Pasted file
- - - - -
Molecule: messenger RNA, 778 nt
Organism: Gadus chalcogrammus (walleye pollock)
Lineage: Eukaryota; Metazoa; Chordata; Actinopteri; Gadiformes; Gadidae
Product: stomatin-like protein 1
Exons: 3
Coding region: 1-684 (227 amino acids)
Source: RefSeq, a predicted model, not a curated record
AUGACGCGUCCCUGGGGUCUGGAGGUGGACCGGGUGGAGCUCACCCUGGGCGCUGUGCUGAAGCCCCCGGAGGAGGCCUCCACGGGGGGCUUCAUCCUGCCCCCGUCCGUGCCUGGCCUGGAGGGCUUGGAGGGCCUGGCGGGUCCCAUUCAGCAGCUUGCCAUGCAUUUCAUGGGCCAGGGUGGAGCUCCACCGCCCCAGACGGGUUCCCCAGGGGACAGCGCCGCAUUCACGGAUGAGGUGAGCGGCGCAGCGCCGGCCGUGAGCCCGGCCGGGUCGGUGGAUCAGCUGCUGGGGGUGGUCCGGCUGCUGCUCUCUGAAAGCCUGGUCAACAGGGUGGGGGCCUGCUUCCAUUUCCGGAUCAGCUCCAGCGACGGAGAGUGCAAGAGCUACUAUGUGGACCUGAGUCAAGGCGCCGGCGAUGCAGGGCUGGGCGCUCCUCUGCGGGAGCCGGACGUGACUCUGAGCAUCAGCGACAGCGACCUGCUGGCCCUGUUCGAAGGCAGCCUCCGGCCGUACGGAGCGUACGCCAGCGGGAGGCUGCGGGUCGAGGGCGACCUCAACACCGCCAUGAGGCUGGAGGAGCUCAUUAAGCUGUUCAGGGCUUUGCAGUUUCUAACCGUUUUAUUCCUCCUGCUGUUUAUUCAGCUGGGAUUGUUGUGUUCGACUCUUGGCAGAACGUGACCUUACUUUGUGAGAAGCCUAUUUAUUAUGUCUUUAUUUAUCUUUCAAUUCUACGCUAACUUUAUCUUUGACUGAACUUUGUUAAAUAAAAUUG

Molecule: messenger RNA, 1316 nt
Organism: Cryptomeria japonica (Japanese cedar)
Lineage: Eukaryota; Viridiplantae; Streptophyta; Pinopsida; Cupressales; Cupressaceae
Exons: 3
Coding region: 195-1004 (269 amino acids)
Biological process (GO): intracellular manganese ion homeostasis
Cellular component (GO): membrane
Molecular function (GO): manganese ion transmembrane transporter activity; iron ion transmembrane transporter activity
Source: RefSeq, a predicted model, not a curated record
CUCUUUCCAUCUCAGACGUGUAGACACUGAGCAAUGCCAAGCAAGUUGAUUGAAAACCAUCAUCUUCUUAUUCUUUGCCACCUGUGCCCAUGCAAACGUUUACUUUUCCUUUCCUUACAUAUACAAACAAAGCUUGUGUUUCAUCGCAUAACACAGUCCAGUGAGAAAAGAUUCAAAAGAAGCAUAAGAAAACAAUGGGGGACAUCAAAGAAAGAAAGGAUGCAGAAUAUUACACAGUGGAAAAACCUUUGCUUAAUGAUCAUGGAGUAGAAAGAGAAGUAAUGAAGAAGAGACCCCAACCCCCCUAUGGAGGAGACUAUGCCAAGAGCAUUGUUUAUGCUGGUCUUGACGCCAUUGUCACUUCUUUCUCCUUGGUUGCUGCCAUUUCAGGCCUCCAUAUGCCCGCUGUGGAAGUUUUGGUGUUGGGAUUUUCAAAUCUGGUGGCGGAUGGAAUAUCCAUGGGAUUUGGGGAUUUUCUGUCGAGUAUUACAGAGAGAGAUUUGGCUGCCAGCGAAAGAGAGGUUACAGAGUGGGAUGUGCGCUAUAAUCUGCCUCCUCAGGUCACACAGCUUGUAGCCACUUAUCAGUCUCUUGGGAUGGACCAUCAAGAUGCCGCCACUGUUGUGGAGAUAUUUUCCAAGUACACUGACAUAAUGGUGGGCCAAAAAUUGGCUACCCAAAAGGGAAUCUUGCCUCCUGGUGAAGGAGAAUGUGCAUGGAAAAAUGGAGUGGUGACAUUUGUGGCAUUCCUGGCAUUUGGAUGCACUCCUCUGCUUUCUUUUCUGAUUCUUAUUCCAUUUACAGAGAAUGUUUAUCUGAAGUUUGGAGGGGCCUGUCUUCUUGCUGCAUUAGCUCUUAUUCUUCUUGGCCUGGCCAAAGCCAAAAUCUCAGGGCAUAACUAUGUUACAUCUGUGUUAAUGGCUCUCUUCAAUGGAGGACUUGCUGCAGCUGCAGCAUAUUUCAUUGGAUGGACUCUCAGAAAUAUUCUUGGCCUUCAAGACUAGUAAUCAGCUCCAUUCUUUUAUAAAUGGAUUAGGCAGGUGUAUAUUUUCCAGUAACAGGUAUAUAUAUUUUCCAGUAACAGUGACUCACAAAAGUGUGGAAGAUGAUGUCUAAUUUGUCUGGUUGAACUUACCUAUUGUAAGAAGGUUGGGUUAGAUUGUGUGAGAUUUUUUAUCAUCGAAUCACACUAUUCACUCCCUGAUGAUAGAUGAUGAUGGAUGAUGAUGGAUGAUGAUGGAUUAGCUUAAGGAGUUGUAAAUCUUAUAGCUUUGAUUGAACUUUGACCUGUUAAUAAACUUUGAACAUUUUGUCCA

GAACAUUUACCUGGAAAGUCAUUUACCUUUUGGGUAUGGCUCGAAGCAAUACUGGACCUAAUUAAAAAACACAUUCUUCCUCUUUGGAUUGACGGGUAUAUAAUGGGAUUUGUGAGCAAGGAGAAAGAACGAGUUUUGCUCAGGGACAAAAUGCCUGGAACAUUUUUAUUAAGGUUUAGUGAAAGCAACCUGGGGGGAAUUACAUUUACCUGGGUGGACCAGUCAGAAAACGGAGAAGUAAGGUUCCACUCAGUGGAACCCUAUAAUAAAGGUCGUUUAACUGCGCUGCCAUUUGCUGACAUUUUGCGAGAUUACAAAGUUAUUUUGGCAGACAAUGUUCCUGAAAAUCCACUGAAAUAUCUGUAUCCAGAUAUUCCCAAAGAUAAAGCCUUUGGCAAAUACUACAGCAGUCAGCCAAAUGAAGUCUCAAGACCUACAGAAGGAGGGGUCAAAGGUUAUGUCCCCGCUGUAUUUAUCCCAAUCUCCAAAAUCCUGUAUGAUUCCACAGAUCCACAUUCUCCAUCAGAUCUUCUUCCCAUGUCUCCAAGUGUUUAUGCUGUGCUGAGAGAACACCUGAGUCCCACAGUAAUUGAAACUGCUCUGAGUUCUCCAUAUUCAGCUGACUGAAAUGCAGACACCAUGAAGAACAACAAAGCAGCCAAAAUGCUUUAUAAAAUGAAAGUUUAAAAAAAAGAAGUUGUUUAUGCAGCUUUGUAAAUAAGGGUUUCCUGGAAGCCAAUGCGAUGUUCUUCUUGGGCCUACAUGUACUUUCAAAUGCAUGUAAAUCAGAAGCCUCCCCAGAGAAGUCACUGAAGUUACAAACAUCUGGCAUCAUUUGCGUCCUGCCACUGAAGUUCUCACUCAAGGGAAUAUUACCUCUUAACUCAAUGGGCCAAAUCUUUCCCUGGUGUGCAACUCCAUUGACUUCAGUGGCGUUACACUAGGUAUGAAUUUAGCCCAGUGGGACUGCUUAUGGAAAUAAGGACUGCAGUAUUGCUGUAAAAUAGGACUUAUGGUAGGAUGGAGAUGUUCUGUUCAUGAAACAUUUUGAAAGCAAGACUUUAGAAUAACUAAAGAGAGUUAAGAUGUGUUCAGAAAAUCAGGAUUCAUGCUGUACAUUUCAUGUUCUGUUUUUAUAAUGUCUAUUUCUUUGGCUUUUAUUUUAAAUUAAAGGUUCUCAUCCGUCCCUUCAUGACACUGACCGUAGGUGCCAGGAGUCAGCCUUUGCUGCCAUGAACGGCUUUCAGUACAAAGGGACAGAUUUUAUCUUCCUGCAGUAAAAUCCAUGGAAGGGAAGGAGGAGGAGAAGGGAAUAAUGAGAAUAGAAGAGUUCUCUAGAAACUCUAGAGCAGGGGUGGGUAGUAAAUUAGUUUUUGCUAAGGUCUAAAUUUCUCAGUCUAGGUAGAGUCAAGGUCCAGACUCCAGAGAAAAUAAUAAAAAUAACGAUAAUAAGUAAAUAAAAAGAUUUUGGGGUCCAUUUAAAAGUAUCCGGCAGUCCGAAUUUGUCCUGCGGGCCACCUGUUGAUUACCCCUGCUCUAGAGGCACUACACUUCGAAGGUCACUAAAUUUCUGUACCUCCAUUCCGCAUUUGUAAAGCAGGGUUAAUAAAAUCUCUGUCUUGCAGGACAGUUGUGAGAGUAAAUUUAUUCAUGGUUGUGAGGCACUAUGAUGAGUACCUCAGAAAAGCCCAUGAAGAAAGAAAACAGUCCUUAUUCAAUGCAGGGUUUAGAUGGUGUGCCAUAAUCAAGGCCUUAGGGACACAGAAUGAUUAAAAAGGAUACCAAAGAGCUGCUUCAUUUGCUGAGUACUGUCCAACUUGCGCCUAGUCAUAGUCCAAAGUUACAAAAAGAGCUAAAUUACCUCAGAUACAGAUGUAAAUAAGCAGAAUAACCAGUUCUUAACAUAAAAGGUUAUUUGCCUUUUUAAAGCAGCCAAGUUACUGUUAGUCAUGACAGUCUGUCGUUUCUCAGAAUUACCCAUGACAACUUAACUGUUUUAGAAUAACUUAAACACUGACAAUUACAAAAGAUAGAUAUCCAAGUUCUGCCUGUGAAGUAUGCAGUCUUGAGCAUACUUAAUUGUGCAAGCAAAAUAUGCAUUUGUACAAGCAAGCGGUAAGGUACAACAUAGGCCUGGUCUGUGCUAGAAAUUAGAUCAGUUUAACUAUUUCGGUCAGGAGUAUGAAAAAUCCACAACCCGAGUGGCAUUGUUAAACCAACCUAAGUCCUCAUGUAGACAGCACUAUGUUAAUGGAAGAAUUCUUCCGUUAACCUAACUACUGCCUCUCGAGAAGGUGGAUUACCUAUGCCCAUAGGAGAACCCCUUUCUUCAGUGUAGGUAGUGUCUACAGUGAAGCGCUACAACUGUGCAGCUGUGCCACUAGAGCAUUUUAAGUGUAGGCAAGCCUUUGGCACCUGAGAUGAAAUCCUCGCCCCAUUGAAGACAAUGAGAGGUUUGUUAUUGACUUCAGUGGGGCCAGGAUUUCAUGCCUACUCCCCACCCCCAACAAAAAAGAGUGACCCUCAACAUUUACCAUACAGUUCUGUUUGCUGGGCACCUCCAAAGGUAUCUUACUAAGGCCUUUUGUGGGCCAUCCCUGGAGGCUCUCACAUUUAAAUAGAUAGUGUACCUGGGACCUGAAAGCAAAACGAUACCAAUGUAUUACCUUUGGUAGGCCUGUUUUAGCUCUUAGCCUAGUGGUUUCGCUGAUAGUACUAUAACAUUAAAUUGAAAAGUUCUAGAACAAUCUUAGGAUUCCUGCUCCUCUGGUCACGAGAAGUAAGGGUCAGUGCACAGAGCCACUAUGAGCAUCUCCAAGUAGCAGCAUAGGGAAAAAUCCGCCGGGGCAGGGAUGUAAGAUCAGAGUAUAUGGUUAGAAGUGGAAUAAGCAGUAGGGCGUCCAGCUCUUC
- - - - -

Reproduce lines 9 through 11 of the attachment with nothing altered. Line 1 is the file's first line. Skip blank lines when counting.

Molecule: messenger RNA, 1316 nt
Organism: Cryptomeria japonica (Japanese cedar)
Lineage: Eukaryota; Viridiplantae; Streptophyta; Pinopsida; Cupressales; Cupressaceae